Rough sailing ahead for the six-party talks.

Looks like 2009 would be a tough year for the six-party talks on the North Korean nuclear crisis.

A Japanese newspaper has reported that a senior North Korean diplomat has stated that Pyongyang would halt the process of dismantling its nuclear facilities unless Japan “implements heavy fuel assistance” to the hermit regime.

It can be remembered that right after the appointment of conservative Taro Aso as Japan’s prime minister this year, Tokyo announced that it will no longer extend fuel aid to North Korea unless progress is made on the abductions issue. In turn, North Korea has accused Japan of not fullfilling its end of the bargain, claiming that fuel aid has already been agreed upon in the negotiations.

The abductions issue has been a very thorny problem in the six-way talks. Domestically, there is public outrage in Japan over Pyongyang’s kidnapping of thirteen Japanese civilians during the Cold War and its refusal to provide conclusive evidence proving the abductees’ death or to investigate the abduction cases. But in the international community, Japan’s insistence of making the abduction cases an issue in the six-party talks have been met by disdain; many feel that the problem is should be a bilateral issue between Tokyo and Pyongyang and should not complicate the resolution of the nuclear stand-off, which has greater relevance to regional stability.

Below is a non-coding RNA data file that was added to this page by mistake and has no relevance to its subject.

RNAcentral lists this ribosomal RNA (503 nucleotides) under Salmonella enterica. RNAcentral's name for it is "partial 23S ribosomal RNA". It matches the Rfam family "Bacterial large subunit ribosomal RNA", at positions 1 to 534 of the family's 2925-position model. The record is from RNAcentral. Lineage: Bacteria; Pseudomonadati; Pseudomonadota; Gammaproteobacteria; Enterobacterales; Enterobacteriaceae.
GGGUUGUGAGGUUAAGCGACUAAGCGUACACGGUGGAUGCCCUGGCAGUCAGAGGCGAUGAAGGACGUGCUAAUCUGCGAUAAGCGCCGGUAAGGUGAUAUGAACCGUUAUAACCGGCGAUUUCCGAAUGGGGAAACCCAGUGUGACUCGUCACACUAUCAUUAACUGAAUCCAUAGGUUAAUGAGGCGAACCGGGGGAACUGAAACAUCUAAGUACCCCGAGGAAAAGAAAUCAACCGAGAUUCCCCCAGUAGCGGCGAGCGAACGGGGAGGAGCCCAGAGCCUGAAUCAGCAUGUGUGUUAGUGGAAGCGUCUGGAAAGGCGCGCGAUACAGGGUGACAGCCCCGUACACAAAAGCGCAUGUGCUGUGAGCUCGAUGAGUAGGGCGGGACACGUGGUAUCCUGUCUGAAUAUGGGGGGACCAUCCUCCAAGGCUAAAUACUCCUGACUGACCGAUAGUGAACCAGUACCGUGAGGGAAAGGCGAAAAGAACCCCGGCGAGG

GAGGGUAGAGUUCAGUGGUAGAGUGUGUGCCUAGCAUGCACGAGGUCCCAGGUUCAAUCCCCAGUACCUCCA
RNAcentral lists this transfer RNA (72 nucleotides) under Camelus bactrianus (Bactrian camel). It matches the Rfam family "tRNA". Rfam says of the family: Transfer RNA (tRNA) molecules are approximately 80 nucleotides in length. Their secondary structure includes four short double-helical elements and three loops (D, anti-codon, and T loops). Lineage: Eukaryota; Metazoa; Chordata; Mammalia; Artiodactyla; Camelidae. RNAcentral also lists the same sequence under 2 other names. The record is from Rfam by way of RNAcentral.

The way Pyongyang is acting seems like it desperately needs Japan’s fuel aid. But even with pressure from the other parties to the six-way talks, it is doubtful that Tokyo would reverse its stance. The government of Taro Aso is politically unstable, and his Liberal Democratic Party is struggling to gather its support base in preparation for a possible snap parliamentary elections or the Septmeber general elections. Aso’s popularity, which the ruling party has been relying on to defend its turf against the emerging resilient opposition, has been diminishing fast. Changing his hawkish stance on the abduction issue would surely piss off the families of the abductees and, more importantly, the conservatives that form a significant part of his support base. And this would be a political blow Aso cannot afford.

Unless a reallignment in the domestic power structure in Japan occurs, or another nation steps in to give Kim Jong-il his fuel, we can expect a deadlock in this area of the negotiations.

To make matter worst, the United States itself, which just a couple of months ago removed Pyongyang off its anti-terror list, is getting frustrated with the way the North continues to refuse verifying the accuracy of information it disclosed about its nuclear program. This refusal proves that the North Koreans are hell-bent on just prolonging the crisis so it could get more concessions.

Are we seeing a situation that could lead to the collapse of the talks? We don’t know yet. But we know that contrary to what the Bush administration had assured us, the resolution of the North Korean nuclear crisis is far from over.


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